Last month, we broke the news about BarMax, the most expensive app in the App Store. At $999.99 (the highest price Apple allows you to sell an app for), the app differentiated itself from the joke $999.99 app in the past because it actually seemed like a solid deal. That is, it’s a solid deal when you compare it to its closest competitor, BarBri, a series of classes that help lawyers prepare for the bar exam. Don’t believe us? Just look at the moves BarBri is now taking to alter its offering just weeks after the launch of BarMax.
BarBri, which typically costs between $3,000 and $4,000, has long had a complete stranglehold over this particular kind of exam prep. Because of that, it was able to charge whatever it wanted. Thanks at least partially to this, it has been subject to multiple class-action lawsuits (again, hardly surprising when you’re pulling this kind of stuff with future lawyers) saying the service was using anti-competitive tactics to maintain their dominance, among other things.
But by leveraging the wide reach of the App Store, it seems that BarMax has found a way around some of this anti-competitive behavior. And BarBri is clearly threatened. The company has begun circulating fliers on law school campuses proclaiming two new “enhancements” for the Summer 2010 classes. The first will grant BarBri participants unlimited online access to course materials with their standard fee. It’s pretty funny this wasn’t included in the several thousand dollar price tag before since it likely costs BarBri next to nothing to grant this access.
The second new “enhancement” is even more indicative of how scared BarBri is of BarMax. For as long as the service has existed in its current states (several decades) BarBri has been using the model where a student pays for the course and if they don’t pass the bar and want additional help, they must pay an additional huge fee (recently, $2,000) to re-enroll in the class. But the new BarBri policy starting this summer will allow students that previously paid, to re-take the course. This seems to be a direct response to BarMax which allowed you to keep the material forever once you pay the one-time $1,000 app price.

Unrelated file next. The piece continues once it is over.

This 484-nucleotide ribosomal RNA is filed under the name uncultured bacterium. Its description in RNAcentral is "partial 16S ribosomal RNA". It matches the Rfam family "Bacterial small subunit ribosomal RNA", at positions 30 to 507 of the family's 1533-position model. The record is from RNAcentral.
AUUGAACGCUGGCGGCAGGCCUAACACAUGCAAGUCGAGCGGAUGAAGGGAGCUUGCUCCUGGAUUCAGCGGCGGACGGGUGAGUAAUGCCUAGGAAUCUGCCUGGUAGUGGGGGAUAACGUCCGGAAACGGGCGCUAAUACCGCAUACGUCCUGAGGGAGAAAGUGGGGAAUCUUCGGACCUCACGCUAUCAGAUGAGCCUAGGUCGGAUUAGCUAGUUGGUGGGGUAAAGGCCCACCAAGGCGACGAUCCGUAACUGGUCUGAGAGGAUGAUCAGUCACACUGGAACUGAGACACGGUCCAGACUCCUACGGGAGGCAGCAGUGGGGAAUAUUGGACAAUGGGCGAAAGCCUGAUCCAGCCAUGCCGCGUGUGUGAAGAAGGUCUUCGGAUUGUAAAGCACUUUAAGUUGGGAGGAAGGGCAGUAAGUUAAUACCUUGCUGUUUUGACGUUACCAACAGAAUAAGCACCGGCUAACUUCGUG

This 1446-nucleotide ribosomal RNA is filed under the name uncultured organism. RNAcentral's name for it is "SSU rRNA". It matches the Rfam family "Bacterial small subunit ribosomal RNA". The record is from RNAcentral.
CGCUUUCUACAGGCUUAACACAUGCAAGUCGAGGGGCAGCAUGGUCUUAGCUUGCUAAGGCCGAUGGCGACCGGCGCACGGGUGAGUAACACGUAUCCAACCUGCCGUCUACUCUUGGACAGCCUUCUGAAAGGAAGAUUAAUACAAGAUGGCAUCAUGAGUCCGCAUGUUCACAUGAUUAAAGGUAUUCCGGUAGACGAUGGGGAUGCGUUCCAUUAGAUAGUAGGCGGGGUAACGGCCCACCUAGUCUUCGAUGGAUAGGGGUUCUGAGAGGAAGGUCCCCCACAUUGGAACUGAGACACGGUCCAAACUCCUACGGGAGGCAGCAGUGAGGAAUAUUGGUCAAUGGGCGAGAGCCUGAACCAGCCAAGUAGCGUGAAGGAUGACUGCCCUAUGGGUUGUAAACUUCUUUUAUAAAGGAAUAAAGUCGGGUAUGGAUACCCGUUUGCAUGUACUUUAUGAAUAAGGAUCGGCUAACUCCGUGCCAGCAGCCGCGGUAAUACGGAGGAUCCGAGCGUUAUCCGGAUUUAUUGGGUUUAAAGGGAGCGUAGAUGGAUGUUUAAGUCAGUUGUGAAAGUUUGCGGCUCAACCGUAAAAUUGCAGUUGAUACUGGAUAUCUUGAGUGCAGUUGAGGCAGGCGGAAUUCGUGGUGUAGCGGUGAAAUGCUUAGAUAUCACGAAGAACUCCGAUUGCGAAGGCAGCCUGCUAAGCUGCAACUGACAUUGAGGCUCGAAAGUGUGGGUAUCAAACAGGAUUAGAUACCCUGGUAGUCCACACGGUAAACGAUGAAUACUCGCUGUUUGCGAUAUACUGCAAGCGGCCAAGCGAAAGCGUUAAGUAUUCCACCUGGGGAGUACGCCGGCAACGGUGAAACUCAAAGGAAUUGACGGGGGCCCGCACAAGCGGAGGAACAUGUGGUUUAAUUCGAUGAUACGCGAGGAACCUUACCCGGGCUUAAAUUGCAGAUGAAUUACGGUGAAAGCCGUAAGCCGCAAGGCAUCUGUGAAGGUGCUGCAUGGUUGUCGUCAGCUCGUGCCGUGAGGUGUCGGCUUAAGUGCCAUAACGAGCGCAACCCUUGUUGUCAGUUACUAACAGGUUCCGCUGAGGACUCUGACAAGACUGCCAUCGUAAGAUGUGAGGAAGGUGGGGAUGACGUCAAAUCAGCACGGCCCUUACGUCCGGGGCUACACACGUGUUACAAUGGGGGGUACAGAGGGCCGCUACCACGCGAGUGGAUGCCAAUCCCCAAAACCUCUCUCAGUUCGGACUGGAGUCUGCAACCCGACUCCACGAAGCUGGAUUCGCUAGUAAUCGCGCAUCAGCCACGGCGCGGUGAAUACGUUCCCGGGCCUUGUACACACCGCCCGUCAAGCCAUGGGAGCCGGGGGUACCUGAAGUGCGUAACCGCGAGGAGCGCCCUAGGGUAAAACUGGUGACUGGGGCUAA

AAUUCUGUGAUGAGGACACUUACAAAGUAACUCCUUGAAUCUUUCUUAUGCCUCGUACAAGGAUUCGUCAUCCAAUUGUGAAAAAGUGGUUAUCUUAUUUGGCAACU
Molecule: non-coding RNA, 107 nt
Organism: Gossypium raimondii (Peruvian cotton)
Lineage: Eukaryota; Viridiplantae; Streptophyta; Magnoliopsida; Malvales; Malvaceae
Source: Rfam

This is a great example of why competition in any market is a good thing. BarBri has gone on for decades without bending its offering that students often feel is ridiculously priced. Now, in just three weeks, an app has come along and forced it to do just that.
In response, the man behind the BarMax app idea, Mike Ghaffary, writes, “We are very relieved for the repeater students that can save some money and take advantage of this!” He goes on to note that, “Additionally, they are offering free access to their online lectures for students who pay their exorbitant tuition, but that part is too little too late.“
I asked Ghaffary how the $1,000 app was doing in terms of sales. He wouldn’t give specific numbers but writes, “Sales are doing pretty well actually! I thought most recruiting would have to happen one student at a time on campus (and BarMax has campus reps just starting now at various campuses to give info to students), but I am impressed that total strangers are buying this thing on their phones for $1,000–it goes to show you the amazing reach of the App Store. People are very happy with it too, which is awesome.“
Looking at the App Store page for BarMax, there are 6 reviews of the app. While that might not seem like a lot, it’s usually a small percentage of users who actually review apps. Also remember, the app is only going to interest a very small percentage of the population (currently it’s meant for students taking the California bar exam — other states are coming soon). Also remember, it’s $1,000 dollars. All six reviews give it the maximum 5 stars.
BarMax has also started offering a MPRE app, which students use to prep for a mandatory ethics exam, for free (you can find that here).
[image: paramount pictures]
Apple’s iPhone was introduced at MacWorld in January 2007 and officially went on sale June 29, 2007, selling 146,000 units within the first weekend of launch. The phone has been hailed as revolutionary with its bundle of advanced mobile web browsing, music and video playback, and touch screen controls. The iPhone is exclusively carried on the networks of both AT&T and Verizon in the U.S. An iPhone can function as a video camera (video recording was not a standard feature...